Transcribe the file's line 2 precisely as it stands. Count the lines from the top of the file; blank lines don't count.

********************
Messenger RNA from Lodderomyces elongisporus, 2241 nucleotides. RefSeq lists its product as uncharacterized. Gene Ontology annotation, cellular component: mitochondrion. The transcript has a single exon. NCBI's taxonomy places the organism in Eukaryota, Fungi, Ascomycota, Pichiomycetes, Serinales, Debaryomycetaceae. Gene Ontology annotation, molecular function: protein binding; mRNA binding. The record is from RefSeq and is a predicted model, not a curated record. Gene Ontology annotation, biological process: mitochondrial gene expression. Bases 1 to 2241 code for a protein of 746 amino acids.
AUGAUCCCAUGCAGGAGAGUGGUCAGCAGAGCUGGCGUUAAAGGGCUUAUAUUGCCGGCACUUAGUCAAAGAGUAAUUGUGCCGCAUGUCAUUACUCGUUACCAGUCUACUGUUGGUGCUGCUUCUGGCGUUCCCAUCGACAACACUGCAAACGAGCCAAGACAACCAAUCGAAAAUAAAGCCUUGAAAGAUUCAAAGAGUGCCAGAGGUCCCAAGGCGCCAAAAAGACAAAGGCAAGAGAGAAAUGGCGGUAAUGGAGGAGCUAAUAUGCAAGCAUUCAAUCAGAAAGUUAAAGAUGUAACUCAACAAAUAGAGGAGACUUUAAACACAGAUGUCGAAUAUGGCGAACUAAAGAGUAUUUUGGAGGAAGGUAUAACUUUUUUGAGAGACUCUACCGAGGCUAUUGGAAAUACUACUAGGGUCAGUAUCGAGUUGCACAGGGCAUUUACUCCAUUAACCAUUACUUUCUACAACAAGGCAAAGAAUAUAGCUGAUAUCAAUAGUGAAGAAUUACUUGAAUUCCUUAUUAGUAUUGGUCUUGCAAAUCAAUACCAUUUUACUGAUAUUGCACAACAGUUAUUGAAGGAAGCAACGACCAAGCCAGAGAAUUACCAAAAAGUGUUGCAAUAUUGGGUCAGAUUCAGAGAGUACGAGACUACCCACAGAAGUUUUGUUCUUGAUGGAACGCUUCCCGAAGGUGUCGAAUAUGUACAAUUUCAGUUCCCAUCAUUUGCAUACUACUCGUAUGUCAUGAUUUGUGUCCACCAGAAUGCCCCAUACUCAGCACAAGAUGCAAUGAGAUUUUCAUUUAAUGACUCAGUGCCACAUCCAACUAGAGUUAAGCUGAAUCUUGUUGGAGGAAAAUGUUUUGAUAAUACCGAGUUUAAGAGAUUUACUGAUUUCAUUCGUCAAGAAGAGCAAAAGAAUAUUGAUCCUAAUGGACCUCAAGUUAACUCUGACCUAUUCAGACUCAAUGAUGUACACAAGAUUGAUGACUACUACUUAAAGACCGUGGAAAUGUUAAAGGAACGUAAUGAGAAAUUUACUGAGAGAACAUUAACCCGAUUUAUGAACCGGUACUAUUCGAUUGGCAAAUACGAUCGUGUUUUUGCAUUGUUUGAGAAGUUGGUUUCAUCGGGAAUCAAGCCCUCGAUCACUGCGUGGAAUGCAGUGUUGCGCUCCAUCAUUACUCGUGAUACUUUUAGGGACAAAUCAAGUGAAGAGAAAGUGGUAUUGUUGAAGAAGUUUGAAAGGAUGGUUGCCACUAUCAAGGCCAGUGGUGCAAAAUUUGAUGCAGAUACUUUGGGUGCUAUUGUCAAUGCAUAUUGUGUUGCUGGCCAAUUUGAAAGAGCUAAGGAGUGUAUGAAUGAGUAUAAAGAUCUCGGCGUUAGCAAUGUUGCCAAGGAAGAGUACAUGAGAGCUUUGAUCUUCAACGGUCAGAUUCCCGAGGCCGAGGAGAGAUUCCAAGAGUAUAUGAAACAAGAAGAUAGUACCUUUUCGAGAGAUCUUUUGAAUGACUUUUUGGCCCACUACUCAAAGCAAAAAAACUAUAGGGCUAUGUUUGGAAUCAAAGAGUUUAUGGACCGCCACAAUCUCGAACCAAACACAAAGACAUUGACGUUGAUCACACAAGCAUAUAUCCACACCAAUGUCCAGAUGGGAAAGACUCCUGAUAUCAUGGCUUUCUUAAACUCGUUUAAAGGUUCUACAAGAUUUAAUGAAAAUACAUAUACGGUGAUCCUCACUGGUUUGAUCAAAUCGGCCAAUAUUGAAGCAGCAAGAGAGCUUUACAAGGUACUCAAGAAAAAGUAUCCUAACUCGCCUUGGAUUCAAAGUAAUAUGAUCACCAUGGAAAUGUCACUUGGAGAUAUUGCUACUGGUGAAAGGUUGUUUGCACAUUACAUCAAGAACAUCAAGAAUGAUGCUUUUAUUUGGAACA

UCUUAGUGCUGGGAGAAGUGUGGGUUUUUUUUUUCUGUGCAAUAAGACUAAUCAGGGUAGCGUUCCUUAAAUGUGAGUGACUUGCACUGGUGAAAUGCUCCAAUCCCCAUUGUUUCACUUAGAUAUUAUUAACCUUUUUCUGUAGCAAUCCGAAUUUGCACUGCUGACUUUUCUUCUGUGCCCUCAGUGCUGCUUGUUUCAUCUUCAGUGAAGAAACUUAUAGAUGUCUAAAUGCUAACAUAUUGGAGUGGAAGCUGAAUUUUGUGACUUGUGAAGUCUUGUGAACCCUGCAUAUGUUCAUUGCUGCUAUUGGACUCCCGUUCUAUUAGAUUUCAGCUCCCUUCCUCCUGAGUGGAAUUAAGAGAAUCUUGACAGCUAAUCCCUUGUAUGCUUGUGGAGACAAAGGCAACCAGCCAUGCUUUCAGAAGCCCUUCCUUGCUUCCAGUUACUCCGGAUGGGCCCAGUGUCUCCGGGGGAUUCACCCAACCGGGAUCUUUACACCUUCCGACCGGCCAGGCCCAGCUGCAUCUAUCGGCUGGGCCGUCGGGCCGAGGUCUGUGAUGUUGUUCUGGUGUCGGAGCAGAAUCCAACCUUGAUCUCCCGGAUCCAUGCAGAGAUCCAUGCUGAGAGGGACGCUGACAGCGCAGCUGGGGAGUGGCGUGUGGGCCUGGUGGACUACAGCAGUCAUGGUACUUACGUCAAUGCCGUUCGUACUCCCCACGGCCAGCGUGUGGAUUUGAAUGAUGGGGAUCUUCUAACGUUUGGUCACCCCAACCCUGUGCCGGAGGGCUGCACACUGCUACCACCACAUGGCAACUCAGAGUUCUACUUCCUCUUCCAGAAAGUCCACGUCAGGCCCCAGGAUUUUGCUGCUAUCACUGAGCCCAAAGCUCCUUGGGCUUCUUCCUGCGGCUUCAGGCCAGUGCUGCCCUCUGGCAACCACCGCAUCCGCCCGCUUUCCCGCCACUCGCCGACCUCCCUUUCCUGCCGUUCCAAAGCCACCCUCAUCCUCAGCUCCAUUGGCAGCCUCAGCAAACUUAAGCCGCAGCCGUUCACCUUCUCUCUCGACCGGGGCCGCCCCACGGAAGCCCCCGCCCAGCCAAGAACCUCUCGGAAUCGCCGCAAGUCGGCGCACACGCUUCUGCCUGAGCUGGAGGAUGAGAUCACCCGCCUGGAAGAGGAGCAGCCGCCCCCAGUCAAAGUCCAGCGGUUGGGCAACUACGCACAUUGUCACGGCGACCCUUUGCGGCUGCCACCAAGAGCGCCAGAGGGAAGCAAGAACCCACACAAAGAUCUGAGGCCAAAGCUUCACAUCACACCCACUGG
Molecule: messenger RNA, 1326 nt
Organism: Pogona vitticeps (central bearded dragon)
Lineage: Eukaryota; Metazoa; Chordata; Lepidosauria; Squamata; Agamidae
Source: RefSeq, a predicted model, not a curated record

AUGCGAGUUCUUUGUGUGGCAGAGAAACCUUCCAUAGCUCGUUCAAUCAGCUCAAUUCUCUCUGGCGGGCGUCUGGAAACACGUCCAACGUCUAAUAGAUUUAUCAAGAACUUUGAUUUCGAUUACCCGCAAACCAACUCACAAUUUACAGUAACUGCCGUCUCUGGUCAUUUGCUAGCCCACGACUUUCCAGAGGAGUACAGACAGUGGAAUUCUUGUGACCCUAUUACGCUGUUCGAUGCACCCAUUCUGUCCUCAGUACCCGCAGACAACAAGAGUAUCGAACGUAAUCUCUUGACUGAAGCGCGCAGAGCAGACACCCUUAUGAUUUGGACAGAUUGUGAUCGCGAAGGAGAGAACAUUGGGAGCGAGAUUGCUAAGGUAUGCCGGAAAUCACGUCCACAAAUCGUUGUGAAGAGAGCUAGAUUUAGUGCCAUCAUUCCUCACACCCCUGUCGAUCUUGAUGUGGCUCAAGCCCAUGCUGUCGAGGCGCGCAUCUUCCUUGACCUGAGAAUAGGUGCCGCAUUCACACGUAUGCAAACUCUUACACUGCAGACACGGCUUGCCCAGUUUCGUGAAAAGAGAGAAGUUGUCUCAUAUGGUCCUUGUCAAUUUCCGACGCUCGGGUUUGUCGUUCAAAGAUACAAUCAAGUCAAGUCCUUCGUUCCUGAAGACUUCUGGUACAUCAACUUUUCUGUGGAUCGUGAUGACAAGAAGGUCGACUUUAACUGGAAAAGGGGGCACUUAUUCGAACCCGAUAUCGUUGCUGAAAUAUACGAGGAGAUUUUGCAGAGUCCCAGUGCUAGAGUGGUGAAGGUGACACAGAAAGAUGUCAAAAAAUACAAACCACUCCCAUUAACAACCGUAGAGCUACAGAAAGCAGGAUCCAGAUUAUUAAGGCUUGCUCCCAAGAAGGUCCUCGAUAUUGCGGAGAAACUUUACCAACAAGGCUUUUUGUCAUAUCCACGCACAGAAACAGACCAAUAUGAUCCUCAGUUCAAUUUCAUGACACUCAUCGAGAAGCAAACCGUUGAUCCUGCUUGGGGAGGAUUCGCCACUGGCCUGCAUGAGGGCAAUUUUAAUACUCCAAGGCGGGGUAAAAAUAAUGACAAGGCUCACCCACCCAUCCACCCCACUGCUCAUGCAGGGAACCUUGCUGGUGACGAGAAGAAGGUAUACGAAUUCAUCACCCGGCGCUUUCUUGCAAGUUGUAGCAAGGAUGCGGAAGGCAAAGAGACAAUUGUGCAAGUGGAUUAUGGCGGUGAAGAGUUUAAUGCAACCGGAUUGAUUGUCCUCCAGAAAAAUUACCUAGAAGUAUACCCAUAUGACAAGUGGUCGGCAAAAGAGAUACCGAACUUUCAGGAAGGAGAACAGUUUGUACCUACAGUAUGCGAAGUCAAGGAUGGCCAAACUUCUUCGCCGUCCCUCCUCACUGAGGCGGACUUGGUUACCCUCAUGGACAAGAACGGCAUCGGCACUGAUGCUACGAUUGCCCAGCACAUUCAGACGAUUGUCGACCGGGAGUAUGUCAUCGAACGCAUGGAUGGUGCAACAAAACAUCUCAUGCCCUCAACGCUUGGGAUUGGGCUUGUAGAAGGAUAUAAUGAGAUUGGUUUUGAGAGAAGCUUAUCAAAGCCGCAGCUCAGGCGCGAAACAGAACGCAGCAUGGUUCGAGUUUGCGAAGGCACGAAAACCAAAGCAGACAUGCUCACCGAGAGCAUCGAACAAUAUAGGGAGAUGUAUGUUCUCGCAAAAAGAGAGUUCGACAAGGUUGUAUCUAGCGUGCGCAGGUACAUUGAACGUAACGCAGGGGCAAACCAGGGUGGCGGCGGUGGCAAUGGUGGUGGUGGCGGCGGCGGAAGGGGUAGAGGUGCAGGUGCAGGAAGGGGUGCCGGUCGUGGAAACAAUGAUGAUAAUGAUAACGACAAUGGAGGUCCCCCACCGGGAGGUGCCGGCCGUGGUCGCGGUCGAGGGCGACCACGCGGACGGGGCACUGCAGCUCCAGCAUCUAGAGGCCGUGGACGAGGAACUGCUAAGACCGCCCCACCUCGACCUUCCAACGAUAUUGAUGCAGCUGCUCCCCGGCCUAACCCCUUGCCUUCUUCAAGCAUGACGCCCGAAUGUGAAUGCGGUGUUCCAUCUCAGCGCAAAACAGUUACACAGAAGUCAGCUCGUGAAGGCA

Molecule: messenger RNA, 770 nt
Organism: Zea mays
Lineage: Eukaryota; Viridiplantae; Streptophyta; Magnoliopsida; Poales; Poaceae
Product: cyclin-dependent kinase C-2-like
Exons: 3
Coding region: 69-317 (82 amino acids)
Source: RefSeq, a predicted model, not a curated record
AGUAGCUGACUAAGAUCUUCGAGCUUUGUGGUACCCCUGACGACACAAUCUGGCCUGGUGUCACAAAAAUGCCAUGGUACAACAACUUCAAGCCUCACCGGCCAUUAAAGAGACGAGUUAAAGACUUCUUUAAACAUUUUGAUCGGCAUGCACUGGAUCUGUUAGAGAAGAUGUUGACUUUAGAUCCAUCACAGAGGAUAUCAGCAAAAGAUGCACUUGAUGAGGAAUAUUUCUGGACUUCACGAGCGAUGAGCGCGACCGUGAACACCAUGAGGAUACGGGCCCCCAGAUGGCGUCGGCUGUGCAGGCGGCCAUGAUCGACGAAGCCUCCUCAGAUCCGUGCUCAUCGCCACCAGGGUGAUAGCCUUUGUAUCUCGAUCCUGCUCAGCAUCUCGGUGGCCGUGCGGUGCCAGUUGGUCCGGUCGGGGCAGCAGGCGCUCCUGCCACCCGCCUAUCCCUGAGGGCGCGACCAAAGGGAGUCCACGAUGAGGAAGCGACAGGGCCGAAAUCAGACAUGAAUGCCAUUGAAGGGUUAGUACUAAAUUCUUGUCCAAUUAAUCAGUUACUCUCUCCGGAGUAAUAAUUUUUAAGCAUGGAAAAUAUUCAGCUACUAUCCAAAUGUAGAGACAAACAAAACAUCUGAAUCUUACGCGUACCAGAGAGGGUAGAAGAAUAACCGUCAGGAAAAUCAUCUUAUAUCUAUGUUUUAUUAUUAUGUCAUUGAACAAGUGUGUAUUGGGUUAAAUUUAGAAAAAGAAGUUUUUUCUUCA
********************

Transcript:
AUGAUCCCAUGCAGGAGAGUGGUCAGCAGAGCUGGCGUUAAAGGGCUUAUAUUGCCGGCACUUAGUCAAAGAGUAAUUGUGCCGCAUGUCAUUACUCGUUACCAGUCUACUGUUGGUGCUGCUUCUGGCGUUCCCAUCGACAACACUGCAAACGAGCCAAGACAACCAAUCGAAAAUAAAGCCUUGAAAGAUUCAAAGAGUGCCAGAGGUCCCAAGGCGCCAAAAAGACAAAGGCAAGAGAGAAAUGGCGGUAAUGGAGGAGCUAAUAUGCAAGCAUUCAAUCAGAAAGUUAAAGAUGUAACUCAACAAAUAGAGGAGACUUUAAACACAGAUGUCGAAUAUGGCGAACUAAAGAGUAUUUUGGAGGAAGGUAUAACUUUUUUGAGAGACUCUACCGAGGCUAUUGGAAAUACUACUAGGGUCAGUAUCGAGUUGCACAGGGCAUUUACUCCAUUAACCAUUACUUUCUACAACAAGGCAAAGAAUAUAGCUGAUAUCAAUAGUGAAGAAUUACUUGAAUUCCUUAUUAGUAUUGGUCUUGCAAAUCAAUACCAUUUUACUGAUAUUGCACAACAGUUAUUGAAGGAAGCAACGACCAAGCCAGAGAAUUACCAAAAAGUGUUGCAAUAUUGGGUCAGAUUCAGAGAGUACGAGACUACCCACAGAAGUUUUGUUCUUGAUGGAACGCUUCCCGAAGGUGUCGAAUAUGUACAAUUUCAGUUCCCAUCAUUUGCAUACUACUCGUAUGUCAUGAUUUGUGUCCACCAGAAUGCCCCAUACUCAGCACAAGAUGCAAUGAGAUUUUCAUUUAAUGACUCAGUGCCACAUCCAACUAGAGUUAAGCUGAAUCUUGUUGGAGGAAAAUGUUUUGAUAAUACCGAGUUUAAGAGAUUUACUGAUUUCAUUCGUCAAGAAGAGCAAAAGAAUAUUGAUCCUAAUGGACCUCAAGUUAACUCUGACCUAUUCAGACUCAAUGAUGUACACAAGAUUGAUGACUACUACUUAAAGACCGUGGAAAUGUUAAAGGAACGUAAUGAGAAAUUUACUGAGAGAACAUUAACCCGAUUUAUGAACCGGUACUAUUCGAUUGGCAAAUACGAUCGUGUUUUUGCAUUGUUUGAGAAGUUGGUUUCAUCGGGAAUCAAGCCCUCGAUCACUGCGUGGAAUGCAGUGUUGCGCUCCAUCAUUACUCGUGAUACUUUUAGGGACAAAUCAAGUGAAGAGAAAGUGGUAUUGUUGAAGAAGUUUGAAAGGAUGGUUGCCACUAUCAAGGCCAGUGGUGCAAAAUUUGAUGCAGAUACUUUGGGUGCUAUUGUCAAUGCAUAUUGUGUUGCUGGCCAAUUUGAAAGAGCUAAGGAGUGUAUGAAUGAGUAUAAAGAUCUCGGCGUUAGCAAUGUUGCCAAGGAAGAGUACAUGAGAGCUUUGAUCUUCAACGGUCAGAUUCCCGAGGCCGAGGAGAGAUUCCAAGAGUAUAUGAAACAAGAAGAUAGUACCUUUUCGAGAGAUCUUUUGAAUGACUUUUUGGCCCACUACUCAAAGCAAAAAAACUAUAGGGCUAUGUUUGGAAUCAAAGAGUUUAUGGACCGCCACAAUCUCGAACCAAACACAAAGACAUUGACGUUGAUCACACAAGCAUAUAUCCACACCAAUGUCCAGAUGGGAAAGACUCCUGAUAUCAUGGCUUUCUUAAACUCGUUUAAAGGUUCUACAAGAUUUAAUGAAAAUACAUAUACGGUGAUCCUCACUGGUUUGAUCAAAUCGGCCAAUAUUGAAGCAGCAAGAGAGCUUUACAAGGUACUCAAGAAAAAGUAUCCUAACUCGCCUUGGAUUCAAAGUAAUAUGAUCACCAUGGAAAUGUCACUUGGAGAUAUUGCUACUGGUGAAAGGUUGUUUGCACAUUACAUCAAGAACAUCAAGAAUGAUGCUUUUAUUUGGAACA